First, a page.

Slaughterhouse Five, Kurt Vonnegut
This book has been challenged or banned by people who object to its offensive language, disrespect for political authority, and sexually explicit and emotionally disturbing scenes and themes, including war, death and deprivation. As recently as 2000, it was removed as required reading for sophomores at a Coventry, Rhode Island High School after a parent complained it contained vulgar language, violent imagery and sexual content. A few members of our group loved this book best, for Vonnegut’s weird and provocative philosophical tangents.
I want to stand as close to the edge as I can without going over. Out on the edge you see all the kinds of things you can’t see from the center.
— Kurt Vonnegut
Who is this Kurt Vonnegut?
- American novelist, satirist, graphic artist.
- Born November 11, 1922, Indianapolis, setting for many of his novels.
- New York State Author for 2001-2003.
- Attended Cornell University 1941-1943, writing column for student newspaper.
- Trained as chemist; worked as journalist before joining U.S. Army in WWII.
- After war, attended University of Chicago as graduate student in anthropology.
- Worked as police reporter at the City News Bureau of Chicago.
- Worked in public relations for General Electric.
- Unadorned writing style attributed to reporting work.
- Experiences as advance scout in the Battle of the Bulge, witnessing bombing of Dresden, Germany as a prisoner of war, influenced Slaughterhouse-Five.
- Self-proclaimed humanist and socialist.
What do you think about Slaughterhouse Five?
- Describe the alien Tralfamadorian philosophy of life. How do the Tralfamadorians describe the fate of the universe? How do they react to this vision of the future? Does this seem like a promising outlook for responding to your world? Can you see your own time and experience as one part of a larger picture, or is that a skill that comes later in life?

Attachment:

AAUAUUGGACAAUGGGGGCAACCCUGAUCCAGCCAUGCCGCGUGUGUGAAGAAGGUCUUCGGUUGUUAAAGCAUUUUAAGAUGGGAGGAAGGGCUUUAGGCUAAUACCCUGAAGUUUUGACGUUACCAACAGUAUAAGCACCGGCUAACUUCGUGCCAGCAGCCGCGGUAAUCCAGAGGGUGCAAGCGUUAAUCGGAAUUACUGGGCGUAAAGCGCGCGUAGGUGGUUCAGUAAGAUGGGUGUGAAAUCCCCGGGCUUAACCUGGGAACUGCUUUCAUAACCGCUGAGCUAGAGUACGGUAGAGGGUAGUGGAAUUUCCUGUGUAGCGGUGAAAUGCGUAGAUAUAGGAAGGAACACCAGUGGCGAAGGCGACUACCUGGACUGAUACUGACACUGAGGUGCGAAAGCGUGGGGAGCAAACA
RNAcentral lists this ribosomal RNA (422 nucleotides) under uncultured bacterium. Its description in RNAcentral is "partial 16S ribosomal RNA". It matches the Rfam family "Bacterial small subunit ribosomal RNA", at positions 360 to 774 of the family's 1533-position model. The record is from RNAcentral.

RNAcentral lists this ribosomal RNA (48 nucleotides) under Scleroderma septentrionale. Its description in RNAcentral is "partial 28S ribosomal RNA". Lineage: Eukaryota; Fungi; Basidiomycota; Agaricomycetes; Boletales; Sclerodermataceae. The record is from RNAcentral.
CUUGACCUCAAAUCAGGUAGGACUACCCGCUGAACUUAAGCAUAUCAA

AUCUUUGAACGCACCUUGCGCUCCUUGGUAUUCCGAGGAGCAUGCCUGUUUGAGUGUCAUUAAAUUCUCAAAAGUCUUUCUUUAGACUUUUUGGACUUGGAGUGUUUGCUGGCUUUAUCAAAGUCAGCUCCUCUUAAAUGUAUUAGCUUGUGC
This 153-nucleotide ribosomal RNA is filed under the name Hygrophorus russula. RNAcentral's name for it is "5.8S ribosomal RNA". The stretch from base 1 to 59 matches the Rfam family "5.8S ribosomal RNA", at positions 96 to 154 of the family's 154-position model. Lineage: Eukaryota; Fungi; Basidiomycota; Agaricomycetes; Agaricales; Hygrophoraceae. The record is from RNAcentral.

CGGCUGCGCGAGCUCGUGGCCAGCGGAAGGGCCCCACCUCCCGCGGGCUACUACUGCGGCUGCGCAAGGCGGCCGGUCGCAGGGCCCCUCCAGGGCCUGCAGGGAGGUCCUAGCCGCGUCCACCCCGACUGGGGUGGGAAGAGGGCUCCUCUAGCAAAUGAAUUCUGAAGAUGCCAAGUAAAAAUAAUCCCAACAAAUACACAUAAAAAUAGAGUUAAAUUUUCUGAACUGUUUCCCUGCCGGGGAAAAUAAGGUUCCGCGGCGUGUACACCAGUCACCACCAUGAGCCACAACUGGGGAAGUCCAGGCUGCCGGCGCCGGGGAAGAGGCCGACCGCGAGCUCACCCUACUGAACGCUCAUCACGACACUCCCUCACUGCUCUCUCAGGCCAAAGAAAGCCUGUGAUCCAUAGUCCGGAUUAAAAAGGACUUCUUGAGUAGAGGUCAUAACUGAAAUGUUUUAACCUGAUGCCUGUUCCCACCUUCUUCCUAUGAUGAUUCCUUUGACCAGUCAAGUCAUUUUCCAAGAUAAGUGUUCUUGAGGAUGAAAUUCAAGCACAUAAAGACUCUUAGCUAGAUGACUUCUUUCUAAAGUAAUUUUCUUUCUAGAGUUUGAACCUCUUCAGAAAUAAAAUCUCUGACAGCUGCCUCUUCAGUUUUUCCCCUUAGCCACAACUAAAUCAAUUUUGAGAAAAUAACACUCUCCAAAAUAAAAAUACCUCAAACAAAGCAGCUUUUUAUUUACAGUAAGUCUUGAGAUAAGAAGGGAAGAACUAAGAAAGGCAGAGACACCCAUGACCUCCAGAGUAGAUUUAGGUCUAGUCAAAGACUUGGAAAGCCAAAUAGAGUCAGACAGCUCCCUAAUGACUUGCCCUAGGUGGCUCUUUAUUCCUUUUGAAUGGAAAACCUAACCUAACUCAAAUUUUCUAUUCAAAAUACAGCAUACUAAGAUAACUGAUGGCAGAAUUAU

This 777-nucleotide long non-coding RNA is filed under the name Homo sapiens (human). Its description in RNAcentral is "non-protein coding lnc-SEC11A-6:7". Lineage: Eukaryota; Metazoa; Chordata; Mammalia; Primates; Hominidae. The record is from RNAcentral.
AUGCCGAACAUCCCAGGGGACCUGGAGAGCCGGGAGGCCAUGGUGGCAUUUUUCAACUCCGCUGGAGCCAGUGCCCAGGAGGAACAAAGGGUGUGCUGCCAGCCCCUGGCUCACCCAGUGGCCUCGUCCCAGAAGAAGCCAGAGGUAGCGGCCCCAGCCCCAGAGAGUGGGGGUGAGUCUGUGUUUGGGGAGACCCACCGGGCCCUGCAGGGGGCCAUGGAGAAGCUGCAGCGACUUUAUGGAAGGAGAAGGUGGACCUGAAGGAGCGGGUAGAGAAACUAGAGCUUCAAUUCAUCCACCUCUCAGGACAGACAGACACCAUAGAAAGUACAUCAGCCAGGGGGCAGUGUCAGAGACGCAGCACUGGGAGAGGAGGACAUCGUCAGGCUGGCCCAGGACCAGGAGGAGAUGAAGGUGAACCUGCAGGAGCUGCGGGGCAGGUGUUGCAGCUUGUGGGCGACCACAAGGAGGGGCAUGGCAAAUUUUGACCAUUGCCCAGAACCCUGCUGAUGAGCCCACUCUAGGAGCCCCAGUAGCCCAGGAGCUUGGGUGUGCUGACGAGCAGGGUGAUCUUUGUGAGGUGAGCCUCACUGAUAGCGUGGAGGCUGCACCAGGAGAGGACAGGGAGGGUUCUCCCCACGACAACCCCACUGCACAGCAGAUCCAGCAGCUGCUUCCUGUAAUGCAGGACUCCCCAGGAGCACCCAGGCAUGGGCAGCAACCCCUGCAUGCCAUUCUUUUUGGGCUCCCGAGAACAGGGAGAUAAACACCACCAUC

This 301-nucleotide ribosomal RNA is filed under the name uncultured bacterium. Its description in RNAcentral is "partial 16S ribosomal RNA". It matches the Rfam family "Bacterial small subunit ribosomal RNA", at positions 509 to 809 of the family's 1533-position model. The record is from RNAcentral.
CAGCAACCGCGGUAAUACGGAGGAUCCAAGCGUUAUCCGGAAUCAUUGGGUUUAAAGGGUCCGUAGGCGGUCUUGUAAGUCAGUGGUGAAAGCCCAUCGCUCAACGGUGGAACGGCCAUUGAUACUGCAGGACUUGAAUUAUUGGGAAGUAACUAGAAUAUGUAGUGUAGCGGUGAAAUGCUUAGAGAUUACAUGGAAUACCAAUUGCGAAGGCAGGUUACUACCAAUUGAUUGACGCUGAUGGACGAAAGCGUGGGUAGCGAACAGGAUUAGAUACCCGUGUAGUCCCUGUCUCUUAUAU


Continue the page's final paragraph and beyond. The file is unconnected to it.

- Billy thinks of himself as a prophet. How is he or is he not?
- What is the relationship between Billy and Vonnegut?
- At the beginning of the novel, why does the writer-narrator compare himself to Lot’s wife, who defied God by looking back at Sodom and for doing so was turned into a pillar of salt? How does he feel about this looking back? How do you feel about it?
- Has Billy lost touch with reality; is his time travel just a function of his madness? If so, why? If not, why not?
- Billy is an optometrist. Does his profession imply anything about his attempts to see the world?
- What does it mean to these characters, or to real people, to feel “unstuck in time”?
- These characters are alienated and lonely. Do you recognize these emotions in the people in your world? Under what circumstances?
- What do you think about Billy’s apathy and passivity? What about people you know? Do you believe he chooses his outlook?
- This novel has been cited for “containing foul language [and] promoting deviant sexual behavior,” called “vulgar and offensive,” and considered “dangerous” because of violent, irreverent, profane, and sexually explicit content. Is this true? And if it is true, is this kind of content a problem for teenagers? Why or why not?